Bank of England set to raise rates for first time since 2007



Thu, 02 Nov 2017 - 12:26 GMT


Thu, 02 Nov 2017 - 12:26 GMT

The Bank of England is seen in the City of London August 7, 2013 - REUTERS/Toby Melville

The Bank of England is seen in the City of London August 7, 2013 - REUTERS/Toby Melville

LONDON - 2 November 2017: The Bank of England looks set to raise interest rates for the first time in more than 10 years on Thursday, despite economic growth appearing weaker than before any other increase in borrowing costs in the past two decades.

A firm majority of economists polled by Reuters expect the Bank to raise base rates to the 0.5 percent they stood at from March 2009 until August last year, when they were halved to 0.25 percent after Britons voted to leave the European Union.

But most think this would be a mistake: Britain’s annual growth is running at its weakest in four years and Brexit talks are casting a shadow over the economy.

But with inflation hitting a five-year high of 3.0 percent in September and unemployment at a 42-year low, the central bank is worried the economy could overheat.

“The time for beginning to edge up interest rates oh-so-cautiously from a quarter percent to a half percent is pretty nigh,” former BoE deputy governor Rachel Lomax said at a Fathom Consulting event hosted by Thomson Reuters this week.

A BoE rate hike would follow the pattern set by the U.S. Federal Reserve and to an extent by the European Central Bank, which has said it will start to scale back its stimulus plan.

Those economies are motoring ahead, however, and Britain’s planned departure from the EU in March 2019 makes its future harder to predict.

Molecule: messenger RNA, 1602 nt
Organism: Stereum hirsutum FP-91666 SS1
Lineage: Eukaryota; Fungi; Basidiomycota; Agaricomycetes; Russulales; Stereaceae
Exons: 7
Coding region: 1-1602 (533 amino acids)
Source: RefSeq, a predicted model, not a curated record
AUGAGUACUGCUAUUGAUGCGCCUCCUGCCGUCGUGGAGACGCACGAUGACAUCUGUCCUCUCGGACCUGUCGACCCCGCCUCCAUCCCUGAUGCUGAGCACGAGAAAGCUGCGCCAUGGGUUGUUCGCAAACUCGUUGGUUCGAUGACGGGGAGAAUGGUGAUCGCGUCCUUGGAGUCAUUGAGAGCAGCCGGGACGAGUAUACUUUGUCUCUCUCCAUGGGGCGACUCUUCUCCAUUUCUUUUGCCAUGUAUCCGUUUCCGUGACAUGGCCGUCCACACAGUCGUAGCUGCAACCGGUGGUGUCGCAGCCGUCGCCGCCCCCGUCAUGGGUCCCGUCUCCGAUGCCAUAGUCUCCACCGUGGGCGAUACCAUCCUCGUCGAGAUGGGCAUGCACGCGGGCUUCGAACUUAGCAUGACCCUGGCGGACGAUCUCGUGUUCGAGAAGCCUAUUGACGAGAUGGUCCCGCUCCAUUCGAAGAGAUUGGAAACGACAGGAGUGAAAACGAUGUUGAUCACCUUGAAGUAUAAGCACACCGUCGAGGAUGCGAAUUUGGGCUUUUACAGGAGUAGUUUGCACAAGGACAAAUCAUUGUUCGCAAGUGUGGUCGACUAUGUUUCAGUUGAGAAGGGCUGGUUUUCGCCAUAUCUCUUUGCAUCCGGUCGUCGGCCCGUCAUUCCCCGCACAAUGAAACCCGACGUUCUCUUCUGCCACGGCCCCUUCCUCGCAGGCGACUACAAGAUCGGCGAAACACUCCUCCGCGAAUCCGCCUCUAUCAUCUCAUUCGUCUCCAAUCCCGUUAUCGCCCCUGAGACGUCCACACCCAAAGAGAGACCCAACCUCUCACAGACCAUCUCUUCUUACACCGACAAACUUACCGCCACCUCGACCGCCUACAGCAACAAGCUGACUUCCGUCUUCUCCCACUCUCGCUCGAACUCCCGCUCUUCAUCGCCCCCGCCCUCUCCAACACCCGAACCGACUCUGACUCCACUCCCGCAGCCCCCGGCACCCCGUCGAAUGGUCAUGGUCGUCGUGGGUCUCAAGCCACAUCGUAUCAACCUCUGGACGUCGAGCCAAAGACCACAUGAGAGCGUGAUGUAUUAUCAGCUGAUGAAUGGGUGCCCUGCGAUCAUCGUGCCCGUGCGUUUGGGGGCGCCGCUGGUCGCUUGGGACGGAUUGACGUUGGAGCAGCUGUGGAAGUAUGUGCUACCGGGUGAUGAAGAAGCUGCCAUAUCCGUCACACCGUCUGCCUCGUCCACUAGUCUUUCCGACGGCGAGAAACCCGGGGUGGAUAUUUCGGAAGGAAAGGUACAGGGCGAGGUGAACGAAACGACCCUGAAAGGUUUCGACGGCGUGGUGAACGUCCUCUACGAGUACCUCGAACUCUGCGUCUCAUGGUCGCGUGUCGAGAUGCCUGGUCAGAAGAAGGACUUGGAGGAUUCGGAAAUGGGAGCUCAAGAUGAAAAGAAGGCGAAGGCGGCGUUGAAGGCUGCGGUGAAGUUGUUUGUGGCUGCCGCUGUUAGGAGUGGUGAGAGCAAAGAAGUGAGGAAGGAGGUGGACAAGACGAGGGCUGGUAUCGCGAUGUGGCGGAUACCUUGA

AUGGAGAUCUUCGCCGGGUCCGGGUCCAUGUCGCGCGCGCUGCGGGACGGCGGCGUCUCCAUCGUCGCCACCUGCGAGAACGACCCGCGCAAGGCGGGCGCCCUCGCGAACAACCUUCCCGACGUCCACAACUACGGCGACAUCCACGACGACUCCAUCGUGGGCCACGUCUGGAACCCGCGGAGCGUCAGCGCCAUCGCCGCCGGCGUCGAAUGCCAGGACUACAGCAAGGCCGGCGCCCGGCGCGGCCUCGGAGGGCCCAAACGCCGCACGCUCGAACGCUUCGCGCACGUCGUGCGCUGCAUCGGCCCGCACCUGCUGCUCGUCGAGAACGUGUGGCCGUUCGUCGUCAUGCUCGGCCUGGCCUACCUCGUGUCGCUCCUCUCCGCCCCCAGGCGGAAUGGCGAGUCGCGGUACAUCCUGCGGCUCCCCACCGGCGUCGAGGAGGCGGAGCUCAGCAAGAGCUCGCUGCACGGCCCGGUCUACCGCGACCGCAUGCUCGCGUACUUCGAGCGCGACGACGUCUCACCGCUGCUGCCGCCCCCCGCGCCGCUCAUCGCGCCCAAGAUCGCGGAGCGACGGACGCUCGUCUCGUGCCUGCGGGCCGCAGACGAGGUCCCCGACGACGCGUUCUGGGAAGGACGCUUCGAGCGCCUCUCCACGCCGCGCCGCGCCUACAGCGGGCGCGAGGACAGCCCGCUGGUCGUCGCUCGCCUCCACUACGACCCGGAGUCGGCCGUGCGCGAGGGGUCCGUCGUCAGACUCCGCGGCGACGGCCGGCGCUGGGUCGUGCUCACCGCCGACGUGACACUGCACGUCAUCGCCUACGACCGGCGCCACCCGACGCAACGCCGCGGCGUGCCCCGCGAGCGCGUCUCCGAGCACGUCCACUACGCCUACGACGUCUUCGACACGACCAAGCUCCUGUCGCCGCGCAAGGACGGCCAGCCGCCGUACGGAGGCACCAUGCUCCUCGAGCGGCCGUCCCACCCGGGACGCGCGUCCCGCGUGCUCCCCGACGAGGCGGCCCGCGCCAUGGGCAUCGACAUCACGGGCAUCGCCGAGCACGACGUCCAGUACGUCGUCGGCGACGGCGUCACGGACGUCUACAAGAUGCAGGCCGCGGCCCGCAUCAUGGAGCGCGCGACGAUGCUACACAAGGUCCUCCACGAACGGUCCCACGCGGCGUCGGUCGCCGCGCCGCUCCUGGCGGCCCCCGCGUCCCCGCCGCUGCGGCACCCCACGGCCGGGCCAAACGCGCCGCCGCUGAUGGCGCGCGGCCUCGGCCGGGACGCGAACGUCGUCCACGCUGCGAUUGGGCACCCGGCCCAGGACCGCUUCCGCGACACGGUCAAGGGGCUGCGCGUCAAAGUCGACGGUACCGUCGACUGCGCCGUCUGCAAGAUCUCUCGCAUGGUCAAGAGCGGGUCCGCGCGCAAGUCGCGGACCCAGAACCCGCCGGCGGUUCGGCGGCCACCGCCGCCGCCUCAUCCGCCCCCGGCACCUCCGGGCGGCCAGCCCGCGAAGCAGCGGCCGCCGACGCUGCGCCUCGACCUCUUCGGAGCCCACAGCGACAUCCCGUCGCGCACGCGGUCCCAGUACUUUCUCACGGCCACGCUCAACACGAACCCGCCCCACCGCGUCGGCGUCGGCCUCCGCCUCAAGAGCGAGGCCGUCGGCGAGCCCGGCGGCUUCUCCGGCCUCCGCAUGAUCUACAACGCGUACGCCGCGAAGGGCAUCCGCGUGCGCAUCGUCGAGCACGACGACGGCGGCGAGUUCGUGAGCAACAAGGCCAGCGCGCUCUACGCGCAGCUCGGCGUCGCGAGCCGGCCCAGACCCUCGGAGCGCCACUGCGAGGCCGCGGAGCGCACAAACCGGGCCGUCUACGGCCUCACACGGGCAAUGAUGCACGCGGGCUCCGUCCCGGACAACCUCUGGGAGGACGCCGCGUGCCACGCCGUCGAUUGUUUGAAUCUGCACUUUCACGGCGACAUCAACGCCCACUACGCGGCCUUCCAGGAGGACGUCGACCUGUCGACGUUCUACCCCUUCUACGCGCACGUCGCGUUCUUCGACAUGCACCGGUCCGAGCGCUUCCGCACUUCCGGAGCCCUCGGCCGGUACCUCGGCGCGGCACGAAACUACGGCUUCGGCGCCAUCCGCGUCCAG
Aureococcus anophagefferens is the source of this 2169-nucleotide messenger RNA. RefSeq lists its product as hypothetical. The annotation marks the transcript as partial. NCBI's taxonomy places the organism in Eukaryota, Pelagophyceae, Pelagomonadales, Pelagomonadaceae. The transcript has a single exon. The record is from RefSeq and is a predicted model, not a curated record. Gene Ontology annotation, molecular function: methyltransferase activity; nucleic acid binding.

Most economists polled by Reuters said the Bank should wait for clearer evidence that higher wages will keep inflation above its 2 percent target once the effect of last year’s post-Brexit-vote fall in the pound fades.

“It would probably be more sensible to wait,” said Seamus Mac Gorain, a former BoE economist who is now a fund manager at JP Morgan Asset Management, which controls $476 billion (£360 billion) of fixed income assets such as government bonds.

Raising rates to 0.5 percent will not derail the economy. But further increases might be damaging, he said.

“If it ends up being a policy error, it will only be because they make a larger change in rates.”

Underlining that risk, a survey on Thursday showed optimism in British construction firms - a bellwether of the wider economy - now stands at it lowest level since late 2012, around the last time Britain flirted with recession.


Governor Mark Carney will hold a news conference at 1230 GMT, half an hour after the Bank publishes its decision.

Markets currently price in a more than 90 percent chance of a rate hike on Thursday, based on overnight index swaps. BOEWATCH

After that, the probability of another rise in February currently stands at around 50 percent and is fully priced in by the middle of next year, said RBC fixed income strategist Vatsala Datta.

Economists are much more sceptical, and most do not expect rates to rise at all next year.

The Bank said in September that most of its nine policymakers expected to back a rate rise “over the coming months”. The number who actually do so this month will be key for market expectations of a future rise.

A Reuters poll suggested a 6-3 vote in favour of a rate rise.

If the BoE forecasts that inflation in two to three years will still exceed its 2 percent target, investors may take that as a hint from the central bank that rates will need to rise faster than markets expect.

Carney is likely to stick to long-standing BoE language that rate rises will be “gradual” and “limited” and not the start of a return to pre-crisis levels of rates of around 5 percent.

The British people, 8 million of whom have never known a rate rise in their adult lives, will be his main audience.

“The market has largely priced in a rise, but it will probably be more of a surprise to the general public,” Mac Gorain said.



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